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Revista Brasileira de Zootecnia

Print version ISSN 1516-3598On-line version ISSN 1806-9290

R. Bras. Zootec. vol.47  Viçosa  2018  Epub Nov 29, 2018 

Breeding, Genetics, and Reproduction

Roles of Hedgehog signaling pathway in adipogenic differentiation potential of porcine adipose-derived mesenchymal stem cells

Caiyun Fan1 

Yunhai Zhang1 

Juhua Wang1 

Jianbo Cheng1  * 

1Anhui Agricultural University, College of Animal Science and Technology, Anhui Provincial Laboratory for Local Livestock and Poultry Genetic Resource Conservation and Breeding, Hefei, Anhui, China.


This study examined the effects of purmorphamine and cyclopamine, classical agonists and inhibitors of the Hedgehog (Hh) signaling pathway, in the adipogenic differentiation of porcine adipose-derived mesenchymal stem cells (AMSC) to investigate the roles underlying adipogenic differentiation in AMSC. Porcine-derived AMSC were established, and the Hh signaling pathway was activated or inhibited by treatment with purmorphamine or cyclopamine. The adipogenic differentiation of the porcine AMSC was then analyzed by Oil Red O staining. The expression levels of Hh signaling pathway factors and adipogenic transcription factors were determined using quantitative real-time polymerase chain reaction and western blot analysis. We verified that the expression levels of positive regulators of the Hh pathway (Smo, Gli1, Gli2, and Gli3) decreased during adipogenesis, whereas those of negative regulators (Ptc1 and Ptc2) increased. Purmorphamine can inhibit the adipogenic differentiation of porcine AMSC in vitro culture. In addition, both the expression of the CCAAT/enhancerbindingprotein-α and that of the peroxisome proliferator-activated receptor-γ decreased in the presence of purmorphamine. By contrast, cyclopamine had no significant effect on the adipogenic differentiation of porcine AMSC. The Hh signaling pathway inhibits the adipogenic differentiation potential of porcine AMSC.

Key Words: adipogenesis; differentiation; expression; pig


Adipogenesis is a process by which mesenchymal precursor cells differentiate into adipocytes, which store lipids and serve as a central regulator of metabolism (Rosen et al., 2000; Farmer, 2006; Rosen and MacDougald, 2006). Identification of the key factors that control adipocyte differentiation is very important to the understanding of adipose tissue biology, pathology, and the mechanism of adipose tissue deposition (Farmer, 2006; Poulos et al., 2016). Over the past several years, the field of adipogenesis has seen an upsurge in the number of reports implicating locally secreted or circulating extracellular factors as regulators of preadipocyte differentiation (Bennett et al., 2002; Rosen and MacDougald, 2006; Prestwich and MacDougald, 2007). Extracellular signaling pathways known to affect adipogenesis include Wnt, bone morphogenetic protein (BMP), and Hedgehog (Hh) (Bennett et al., 2002; Prestwich and MacDougald, 2007).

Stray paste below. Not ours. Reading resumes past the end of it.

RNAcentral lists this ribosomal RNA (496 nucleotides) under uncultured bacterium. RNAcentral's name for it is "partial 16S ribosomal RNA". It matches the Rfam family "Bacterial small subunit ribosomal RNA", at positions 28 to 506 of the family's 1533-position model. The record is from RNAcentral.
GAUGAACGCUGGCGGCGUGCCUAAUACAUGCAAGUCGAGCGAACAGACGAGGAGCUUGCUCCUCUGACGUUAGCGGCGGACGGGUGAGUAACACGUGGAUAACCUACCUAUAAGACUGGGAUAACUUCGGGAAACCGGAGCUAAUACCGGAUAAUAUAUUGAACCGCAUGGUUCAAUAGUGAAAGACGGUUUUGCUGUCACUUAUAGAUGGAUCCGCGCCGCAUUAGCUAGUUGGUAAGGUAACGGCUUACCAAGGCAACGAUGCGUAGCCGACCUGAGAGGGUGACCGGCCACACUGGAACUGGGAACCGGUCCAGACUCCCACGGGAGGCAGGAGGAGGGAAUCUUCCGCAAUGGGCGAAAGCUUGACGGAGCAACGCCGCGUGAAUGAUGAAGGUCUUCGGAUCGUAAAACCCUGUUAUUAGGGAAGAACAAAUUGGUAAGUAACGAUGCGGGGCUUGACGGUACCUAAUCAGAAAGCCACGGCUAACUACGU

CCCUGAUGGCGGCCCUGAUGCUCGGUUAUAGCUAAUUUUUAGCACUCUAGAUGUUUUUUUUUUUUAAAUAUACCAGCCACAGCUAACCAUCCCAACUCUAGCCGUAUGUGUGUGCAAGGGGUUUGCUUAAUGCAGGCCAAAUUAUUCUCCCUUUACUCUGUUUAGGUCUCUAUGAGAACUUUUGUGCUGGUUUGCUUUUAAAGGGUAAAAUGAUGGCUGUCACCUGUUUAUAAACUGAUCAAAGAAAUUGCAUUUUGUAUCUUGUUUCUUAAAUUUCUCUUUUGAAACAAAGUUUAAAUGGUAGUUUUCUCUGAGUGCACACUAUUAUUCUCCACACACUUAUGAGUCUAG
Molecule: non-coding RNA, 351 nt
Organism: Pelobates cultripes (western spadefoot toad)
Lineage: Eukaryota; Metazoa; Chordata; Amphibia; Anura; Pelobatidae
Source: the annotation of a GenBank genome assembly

The Hh pathway regulates the cell fates of precursor cells (McMahon et al., 2003). Secreted Hh proteins bind to a cell surface receptor complex consisting of negatively acting patched (Ptc) receptors (Ptc1 and Ptc2) and the seven-transmembrane receptor smoothened (Smo). The Hh signal is then conveyed from Smo to the nucleus, affecting gene expression via the Gli family of transcription factors, thereby regulating a variety of cellular activities, including cell fate determination, proliferation, migration, polarity, and gene expression (McMahon et al., 2003; Ahn and Joyner, 2005; Cousin et al., 2007; Zhang et al., 2011). Purmorphamine and cyclopamine are classical agonists and inhibitors of the Hh signaling pathway and act downstream of Ptc by binding directly to Smo and changing its conformation (Taipale et al., 2000; Chen et al., 2002; Sinha and Chen, 2006; Wu et al., 2002). In mammals, Hh activation inhibits the adipogenesis of 3T3-L1, NIH-3T3, and pluripotent mesenchymal cells, while blocking the Hh pathway and stimulating adipogenesis (Cousin et al., 2007). Hedgehog signals act early in the adipogenic cascade, upstream of the peroxisome proliferator-activated receptor-γ (PPAR-γ), possibly by altering the potential fates of precursor cells (Suh et al., 2006). In addition, Hh signals induce the expression of osteogenic markers in 3T3-L1 adipogenic cells and pluripotent mesenchymal cells (Spinella-Jaegles et al., 2001; Suh et al., 2006; James et al., 2010). There is a striking difference in the adipocyte differentiation process of rodent and human mesenchymal stem cells (MSC). In humans, Hh signaling alters adipocyte maturation of MSC, whereas it affects only the early differentiation of MSC in rodents (Suh et al., 2006; Fontaine et al., 2008). These results suggest that roles of Hh signaling pathway in the development of fat may be different for individual species.

Pigs are ideal animal models for the study of fat deposits. Although much has been learned about the regulatory mechanism of adipogenic differentiation in porcine adipose-derived mesenchymal stem cells (AMSC), relatively little is known about the mechanism by which the Hh signaling pathway regulates adipogenic differentiation in porcine AMSC. Therefore, this study investigated the effects of the Hh signaling pathway on adipogenic differentiation potential using porcine AMSC. The results will lay a foundation for further revealing the mechanism of the Hh signaling pathway in regulating fat formation, and provide an important scientific basis for the cultivation of high-quality lean pig breeds.

Material and Methods